American Alpine Jounrna and Accidents in North American Climbing

Michael Koshuta, 1956-1990

  • In Memoriam
  • Climb Year:
  • Publication Year: 1991



On this fall morning in Colorado, I get up to light the wood stove and fix a cup of coffee. I sit down to a view out the window of hillsides sprinkled with the colors of autumn, the pines and the newly whitened peaks. The horizon slips through the shades of early light into a brilliant reddish alpenglow against a bright blue sky. I wish it would stay the same, just like this, but I know it can’t and probably it won’t.

I must write an obituary for another friend I have lost in the mountains, but this morning I am reminded more of life and the importance to live in the moment. Michael Koshuta and his companion, Stuart Jones, were close friends of mine, having joined me on adventures over the years. One in particular was the Harvard route on the west face of Mount Huntington in Alaska.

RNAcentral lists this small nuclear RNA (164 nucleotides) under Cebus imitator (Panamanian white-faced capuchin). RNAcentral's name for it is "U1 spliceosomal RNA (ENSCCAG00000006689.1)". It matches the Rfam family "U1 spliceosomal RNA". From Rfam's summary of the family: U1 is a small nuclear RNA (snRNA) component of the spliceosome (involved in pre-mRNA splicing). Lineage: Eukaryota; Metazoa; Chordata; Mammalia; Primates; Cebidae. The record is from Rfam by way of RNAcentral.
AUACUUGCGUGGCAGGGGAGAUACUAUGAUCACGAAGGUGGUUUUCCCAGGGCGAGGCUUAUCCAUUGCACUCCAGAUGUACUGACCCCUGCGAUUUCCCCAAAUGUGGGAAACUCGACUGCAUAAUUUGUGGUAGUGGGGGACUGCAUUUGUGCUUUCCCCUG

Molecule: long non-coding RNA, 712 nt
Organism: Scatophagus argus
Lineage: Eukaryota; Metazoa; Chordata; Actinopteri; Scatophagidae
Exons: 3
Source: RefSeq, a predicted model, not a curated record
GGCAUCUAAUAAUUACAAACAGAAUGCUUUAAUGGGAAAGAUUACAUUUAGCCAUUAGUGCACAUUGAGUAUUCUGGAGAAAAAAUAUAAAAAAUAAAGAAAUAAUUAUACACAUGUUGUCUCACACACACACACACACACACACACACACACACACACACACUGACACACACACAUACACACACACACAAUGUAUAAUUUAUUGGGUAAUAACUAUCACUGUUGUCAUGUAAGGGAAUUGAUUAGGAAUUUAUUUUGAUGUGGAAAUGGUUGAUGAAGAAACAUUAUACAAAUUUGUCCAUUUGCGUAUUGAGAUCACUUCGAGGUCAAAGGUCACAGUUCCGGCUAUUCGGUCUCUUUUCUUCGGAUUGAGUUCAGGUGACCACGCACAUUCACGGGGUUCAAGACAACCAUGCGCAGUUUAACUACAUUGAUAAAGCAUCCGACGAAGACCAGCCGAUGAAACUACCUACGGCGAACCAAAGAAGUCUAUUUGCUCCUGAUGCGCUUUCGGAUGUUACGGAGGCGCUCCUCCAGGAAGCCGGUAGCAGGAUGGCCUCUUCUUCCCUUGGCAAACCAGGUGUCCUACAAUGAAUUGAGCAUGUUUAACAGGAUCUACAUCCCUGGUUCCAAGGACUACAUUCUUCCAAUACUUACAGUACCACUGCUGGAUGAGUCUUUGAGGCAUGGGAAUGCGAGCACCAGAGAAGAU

The climbing was much harder than any of us had anticipated and the weather was relentless throughout the twelve days we spent on the face. Huntington demanded the best of each of us and our fourth companion, Rudi Bertschi. Regardless of what it threw at us, we dealt with each new challenge as an opportunity to exercise our imagination and skills to their fullest.

When we arrived at the summit snowfields and heavily corniced ridge leading to the top, there was a brief quiet lull. To continue on would almost certainly mean an epic getting back to camp below the great roof and possibly being stuck on the face for another couple of days. Our supplies would not allow for this any more than the weather. We reluctantly agreed to descend. Back at Base Camp, we had a couple of days to relax until the plane could come to pick us up. We hypothesized as to whether or not we could have made it. All that didn’t matter any more then than it does now. We had survived a great adventure together.

It is hard to guess what happened to Michael and Stuart as they were traversing off the Cassin Ridge of Denali via a route that some companions and I had established only weeks before. Somewhere, very near the end of the traverse, they fell. Their bodies are hanging over a rock outcropping, still attached to the rope which bound them throughout the climb. This time they lost the struggle and it cost them their lives. But more important, it cost the rest of us the opportunity to enjoy their company as we had hoped to for many years to come.

Michael Covington

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